About Invasive Species
Invasive Species Action Plan
What are invasive species?
Invasive species are plants and animals which occur outside their natural range and can have significant ecological, social and/or economic impacts once established. As an urban municipality in the estuary with extensive shoreline and inland watercourses, Richmond is particularly vulnerable to the introduction and the spread of invasive species.
Over two dozen invasive plants, animals and insects have been detected in Richmond. This includes several high risk species such as:
- knotweed, which can grow through asphalt
- parrot’s feather, which impacts the storm drain system
- fire ants, who can cause a painful sting and render infested lawns impassable
- giant hogweed which can cause severe skin burns
The City of Richmond has taken a practical approach to managing invasive species and continues to be on the forefront in efforts to detect and rapidly respond to newly arrived invasive species. Utilizing the City’s Enhanced Pesticide Management Program, the invasive species management approach in Richmond has produced many noteworthy accomplishments.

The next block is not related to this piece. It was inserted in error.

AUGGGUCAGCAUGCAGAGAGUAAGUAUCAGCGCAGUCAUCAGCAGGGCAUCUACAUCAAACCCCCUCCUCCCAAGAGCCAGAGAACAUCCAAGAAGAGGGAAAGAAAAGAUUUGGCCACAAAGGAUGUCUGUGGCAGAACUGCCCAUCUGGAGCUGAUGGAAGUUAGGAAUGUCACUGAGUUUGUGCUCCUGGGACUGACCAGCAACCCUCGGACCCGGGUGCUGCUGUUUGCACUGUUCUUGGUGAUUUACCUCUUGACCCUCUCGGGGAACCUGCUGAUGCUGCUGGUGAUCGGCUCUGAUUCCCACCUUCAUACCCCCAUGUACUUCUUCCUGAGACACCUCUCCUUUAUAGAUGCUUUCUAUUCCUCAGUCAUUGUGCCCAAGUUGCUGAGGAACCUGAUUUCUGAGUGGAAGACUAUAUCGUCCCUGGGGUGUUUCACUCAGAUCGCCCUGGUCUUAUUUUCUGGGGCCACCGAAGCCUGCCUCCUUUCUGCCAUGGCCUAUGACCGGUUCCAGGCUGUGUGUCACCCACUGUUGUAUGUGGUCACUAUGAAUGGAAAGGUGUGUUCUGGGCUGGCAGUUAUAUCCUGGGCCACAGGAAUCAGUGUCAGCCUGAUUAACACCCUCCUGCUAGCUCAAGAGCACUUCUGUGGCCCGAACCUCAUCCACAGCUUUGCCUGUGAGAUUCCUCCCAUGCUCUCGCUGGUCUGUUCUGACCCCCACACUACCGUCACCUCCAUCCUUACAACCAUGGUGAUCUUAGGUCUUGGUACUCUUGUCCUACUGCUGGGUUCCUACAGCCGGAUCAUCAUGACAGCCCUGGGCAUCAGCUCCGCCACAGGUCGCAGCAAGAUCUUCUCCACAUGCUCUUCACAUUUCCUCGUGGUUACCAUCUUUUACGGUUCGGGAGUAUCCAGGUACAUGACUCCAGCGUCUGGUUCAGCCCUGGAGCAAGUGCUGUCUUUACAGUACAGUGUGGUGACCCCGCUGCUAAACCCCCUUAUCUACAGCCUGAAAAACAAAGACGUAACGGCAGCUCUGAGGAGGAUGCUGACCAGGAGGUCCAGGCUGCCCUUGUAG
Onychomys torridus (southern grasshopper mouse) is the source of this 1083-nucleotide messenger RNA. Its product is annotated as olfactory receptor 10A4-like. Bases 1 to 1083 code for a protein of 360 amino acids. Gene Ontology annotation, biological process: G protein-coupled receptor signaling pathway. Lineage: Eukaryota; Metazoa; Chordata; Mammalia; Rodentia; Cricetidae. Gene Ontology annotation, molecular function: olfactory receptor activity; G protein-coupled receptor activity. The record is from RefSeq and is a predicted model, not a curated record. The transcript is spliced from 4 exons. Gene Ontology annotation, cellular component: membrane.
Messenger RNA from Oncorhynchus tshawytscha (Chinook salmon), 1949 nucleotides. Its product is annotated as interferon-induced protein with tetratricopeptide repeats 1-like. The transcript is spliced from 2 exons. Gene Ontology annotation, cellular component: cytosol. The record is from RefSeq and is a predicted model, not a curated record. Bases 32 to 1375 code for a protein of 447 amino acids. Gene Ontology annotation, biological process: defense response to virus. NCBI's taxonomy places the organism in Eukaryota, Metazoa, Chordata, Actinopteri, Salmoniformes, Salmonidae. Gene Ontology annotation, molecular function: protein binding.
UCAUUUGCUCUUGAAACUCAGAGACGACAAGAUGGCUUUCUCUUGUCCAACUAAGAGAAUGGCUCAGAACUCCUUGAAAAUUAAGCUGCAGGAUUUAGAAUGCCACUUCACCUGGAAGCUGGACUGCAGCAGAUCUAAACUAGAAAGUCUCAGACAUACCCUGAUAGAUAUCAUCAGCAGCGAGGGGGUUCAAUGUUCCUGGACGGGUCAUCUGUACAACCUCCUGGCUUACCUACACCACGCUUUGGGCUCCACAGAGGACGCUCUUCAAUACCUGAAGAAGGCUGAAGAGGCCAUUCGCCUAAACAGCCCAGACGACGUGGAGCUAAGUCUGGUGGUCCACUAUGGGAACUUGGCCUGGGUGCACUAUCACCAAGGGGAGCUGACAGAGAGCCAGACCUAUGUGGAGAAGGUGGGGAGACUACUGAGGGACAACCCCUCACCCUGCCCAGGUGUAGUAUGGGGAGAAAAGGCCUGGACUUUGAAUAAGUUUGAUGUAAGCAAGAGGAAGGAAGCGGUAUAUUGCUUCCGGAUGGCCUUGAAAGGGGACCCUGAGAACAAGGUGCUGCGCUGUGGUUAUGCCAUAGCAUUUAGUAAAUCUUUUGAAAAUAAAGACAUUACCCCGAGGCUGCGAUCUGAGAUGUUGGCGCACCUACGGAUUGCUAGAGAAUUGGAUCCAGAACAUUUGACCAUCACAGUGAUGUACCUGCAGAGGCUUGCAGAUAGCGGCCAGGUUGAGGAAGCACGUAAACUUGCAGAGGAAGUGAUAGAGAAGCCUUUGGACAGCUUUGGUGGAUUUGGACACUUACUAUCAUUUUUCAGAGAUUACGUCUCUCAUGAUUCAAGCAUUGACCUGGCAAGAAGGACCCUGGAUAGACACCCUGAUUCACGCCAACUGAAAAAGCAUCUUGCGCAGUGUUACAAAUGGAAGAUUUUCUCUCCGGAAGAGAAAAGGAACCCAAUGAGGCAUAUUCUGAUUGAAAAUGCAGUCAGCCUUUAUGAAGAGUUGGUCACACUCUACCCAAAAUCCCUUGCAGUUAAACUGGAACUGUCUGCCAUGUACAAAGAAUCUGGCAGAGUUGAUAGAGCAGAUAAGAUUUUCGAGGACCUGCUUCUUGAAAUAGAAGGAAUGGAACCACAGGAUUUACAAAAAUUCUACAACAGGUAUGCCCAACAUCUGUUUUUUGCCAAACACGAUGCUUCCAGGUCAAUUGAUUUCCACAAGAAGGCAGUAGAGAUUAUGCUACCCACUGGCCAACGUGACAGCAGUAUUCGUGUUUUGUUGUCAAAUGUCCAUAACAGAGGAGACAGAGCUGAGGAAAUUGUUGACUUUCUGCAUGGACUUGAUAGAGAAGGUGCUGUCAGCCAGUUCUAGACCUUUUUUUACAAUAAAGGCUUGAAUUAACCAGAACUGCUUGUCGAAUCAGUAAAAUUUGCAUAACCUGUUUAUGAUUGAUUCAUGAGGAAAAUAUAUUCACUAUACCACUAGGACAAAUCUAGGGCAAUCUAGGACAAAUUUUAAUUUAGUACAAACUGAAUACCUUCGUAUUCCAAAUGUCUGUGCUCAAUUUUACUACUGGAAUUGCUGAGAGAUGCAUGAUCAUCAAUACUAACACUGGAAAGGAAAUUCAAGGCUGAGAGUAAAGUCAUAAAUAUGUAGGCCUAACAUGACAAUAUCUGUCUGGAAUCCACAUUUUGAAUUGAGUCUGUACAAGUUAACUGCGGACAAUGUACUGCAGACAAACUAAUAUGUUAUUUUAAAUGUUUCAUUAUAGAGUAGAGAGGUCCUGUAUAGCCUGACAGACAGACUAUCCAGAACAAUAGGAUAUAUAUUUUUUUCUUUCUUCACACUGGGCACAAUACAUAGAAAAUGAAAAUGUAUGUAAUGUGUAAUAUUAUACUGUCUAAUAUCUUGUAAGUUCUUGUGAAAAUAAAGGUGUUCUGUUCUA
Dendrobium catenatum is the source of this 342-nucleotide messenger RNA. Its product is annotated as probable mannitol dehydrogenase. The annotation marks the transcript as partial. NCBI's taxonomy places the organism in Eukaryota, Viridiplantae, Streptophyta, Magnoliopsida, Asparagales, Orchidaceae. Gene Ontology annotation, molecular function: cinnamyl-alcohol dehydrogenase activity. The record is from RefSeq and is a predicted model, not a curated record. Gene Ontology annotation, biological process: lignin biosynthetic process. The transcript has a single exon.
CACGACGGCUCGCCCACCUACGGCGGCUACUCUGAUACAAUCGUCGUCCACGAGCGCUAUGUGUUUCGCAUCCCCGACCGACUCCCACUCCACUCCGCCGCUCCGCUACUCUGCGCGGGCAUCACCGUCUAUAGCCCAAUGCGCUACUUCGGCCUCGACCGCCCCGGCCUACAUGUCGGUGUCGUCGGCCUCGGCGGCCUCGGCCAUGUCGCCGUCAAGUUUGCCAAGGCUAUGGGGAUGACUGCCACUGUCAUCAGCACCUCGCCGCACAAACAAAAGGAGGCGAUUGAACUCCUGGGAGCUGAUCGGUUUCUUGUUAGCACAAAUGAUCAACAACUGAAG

To mitigate the significant infrastructure, ecological, human health and economic impacts of invasive species, the City has been proactively addressing emergent invasive species on City lands. The City is a demonstrated leader in invasive species response, and the newly adopted Invasive Species Action Plan formalizes a strategic and risk-based approach to guide and prioritize invasive species management into the future. The Plan provides guidance on setting priorities, establishing a consistent approach, and delivering public outreach and engagement.
The following species have been recognized under the Invasive Species Action Plan as priority species: